The dish usually contains meat from at least two types of snakes. Chrysanthemum leaves are added to the soup, and they make it taste somewhat sweet.
The snake meat is said to taste just like chicken – no surprises there. And you won’t see anything that resembles a snake in your soup.
You probably wouldn’t even realize that you were eating a snake if it wasn’t in the name of the dish.
Beijing has the Peking Duck, but Hong Kong has the roasted pigeon.
It might not seem as fancy as the staple dish from Beijing, but we assure you it is just as delicious, if not even more. And it’s definitely another item to add to the ever-expanding list of must-try Hong Kong foods!
The traditional roasted pigeon from Hong Kong is braised in rice wine, star anise and soy sauce. It is then roasted until the outside is dark brown and crispy, while the overall flavor of the dish is earthy and dark.
Phoenix talons are actually chicken feet. Yet another weird but popular dish from Hong Kong cuisine.
They are named phoenix talons because the word ‘phoenix’ is often used to refer to chickens in Guangdong culture.
Chicken feet is one of those dishes that’s best eaten with your eyes closed. It doesn’t look appetizing, but it actually tastes very nice.
The feet are usually deep fried, steamed and stewed in black bean sauce. The high temperatures ensure that all the bones inside the talons are softed, so that they melt in your mouth.
And this dish is considered to have huge benefits for skin and bones, because they contain a lot of collagen and calcium.
Close your eyes and dig in!
Not all staple Hong Kong foods are weird and extravagant. In fact, one of the most popular dishes from this part of the world is incredibly simple and traditional.
Claypot rice is a dish served in a clay pot, hence the name.
You get a big bowl of rice, and a variety of toppings. You will usually get some sort of meat, an egg, vegetables and a bit of dark sauce.
Claypot rice is most commonly served piping hot, with traditional Chinese sausages.
It’s a delicious dish that tastes very familiar, so perfect for all travellers that are not brave enough to eat snakes and pigeons.
Hot pot dinners are extremely popular for groups of people in Hong Kong. Friends get together, they go out, order a giant hot pot and they socialize over the meal.
They are a particularly popular part of Hong Kong cuisine in fall and winter, when you just want to escape the cold and have a hot meal.
Hot pots are great for groups of people because you can choose exactly what you want to get in them. You pick the soup base, as well as the other ingredients, which include seafood, meats and vegetables.
Because of that, there’s not really a single recipe for a hot pot. Some restaurants even have dividers in the hot pots. These stop all the different flavors from mixing together, and allows you to eat several different dishes.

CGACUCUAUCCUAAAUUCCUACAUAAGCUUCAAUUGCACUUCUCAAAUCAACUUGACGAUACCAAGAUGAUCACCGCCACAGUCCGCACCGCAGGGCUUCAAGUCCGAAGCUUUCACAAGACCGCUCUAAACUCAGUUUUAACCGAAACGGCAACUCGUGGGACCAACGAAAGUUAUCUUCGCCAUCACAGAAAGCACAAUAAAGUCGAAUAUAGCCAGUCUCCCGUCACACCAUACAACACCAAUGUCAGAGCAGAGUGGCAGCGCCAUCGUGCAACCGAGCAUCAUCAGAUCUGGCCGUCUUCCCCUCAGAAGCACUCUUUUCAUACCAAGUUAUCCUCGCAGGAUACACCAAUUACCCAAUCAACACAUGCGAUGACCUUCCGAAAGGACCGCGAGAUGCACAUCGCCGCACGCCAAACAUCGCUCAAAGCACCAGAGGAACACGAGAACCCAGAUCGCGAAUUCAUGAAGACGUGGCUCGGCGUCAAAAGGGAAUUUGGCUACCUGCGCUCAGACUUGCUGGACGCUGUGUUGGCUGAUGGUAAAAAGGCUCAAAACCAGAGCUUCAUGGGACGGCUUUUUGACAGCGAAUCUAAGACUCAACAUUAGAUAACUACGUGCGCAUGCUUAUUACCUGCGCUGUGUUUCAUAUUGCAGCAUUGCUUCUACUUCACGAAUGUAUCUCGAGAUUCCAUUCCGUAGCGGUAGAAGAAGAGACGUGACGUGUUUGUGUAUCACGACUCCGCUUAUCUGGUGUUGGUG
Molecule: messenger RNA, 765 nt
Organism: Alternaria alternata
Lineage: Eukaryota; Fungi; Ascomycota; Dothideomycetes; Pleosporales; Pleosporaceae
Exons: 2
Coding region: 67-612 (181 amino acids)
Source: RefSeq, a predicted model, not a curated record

It’s the ultimate comfort food, and the perfect way to experience traditional Hong Kong food with friends!
Eggs are a very common ingredient in Hong Kong cuisine, both in sweet and savory dishes. Therefore, it’s no surprise that one of the most popular street foods in Hong Kong has egg as the star ingredient.
Egg waffles, egg puffs or eggettes are famous for their bubble-like edges, which they get from being cooked in a special mold.
This is something you can eat rather quickly, but which will keep you full for a while.
And that’s probably the reason why it was voted the number one street food by Hongkongers in 2016.
It’s also great for snacking, since the individual bubbles can easily be broken off and eaten one by one.
Hong Kong-Style French Toast
A lot of Hong Kong restaurants and cafes combine the local cuisine with western cuisine. And one of the dishes that’s a result of this magnificent fusion is Hong Kong-style French toast.
It is the champion of breakfast foods, also known as cholesterol on a plate.
The two slices of bread are covered with fruit jam, and then deep fried. This dish is usually served piping hot with some butter on top, which melts over the bread and makes your mouth water.
However, Hong Kong-style French toast is not something you want to have for breakfast too often, for obvious reasons.
But nothing’s stopping you from trying it once or twice, and we highly recommend you do so!
What Hong Kong food did we miss? Let us know in the comment below!
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French Toast, Claypot rice, Egg Puffs, Hot Pot, Phoenix Talons, Roasted Pigeon, Snake Soup, Pineapple Bread, Egg Tart, Beef Brisket Noodles, Dim Sum, Zhu Cheung Fun, Stinky Tofu, Fish Balls, Scrambled Egg Sandwich, Char Siu, Roast Goose, Mae, Chinatown, Yau Ma Tei, Kowloon , Sarah Arista, Central Hong Kong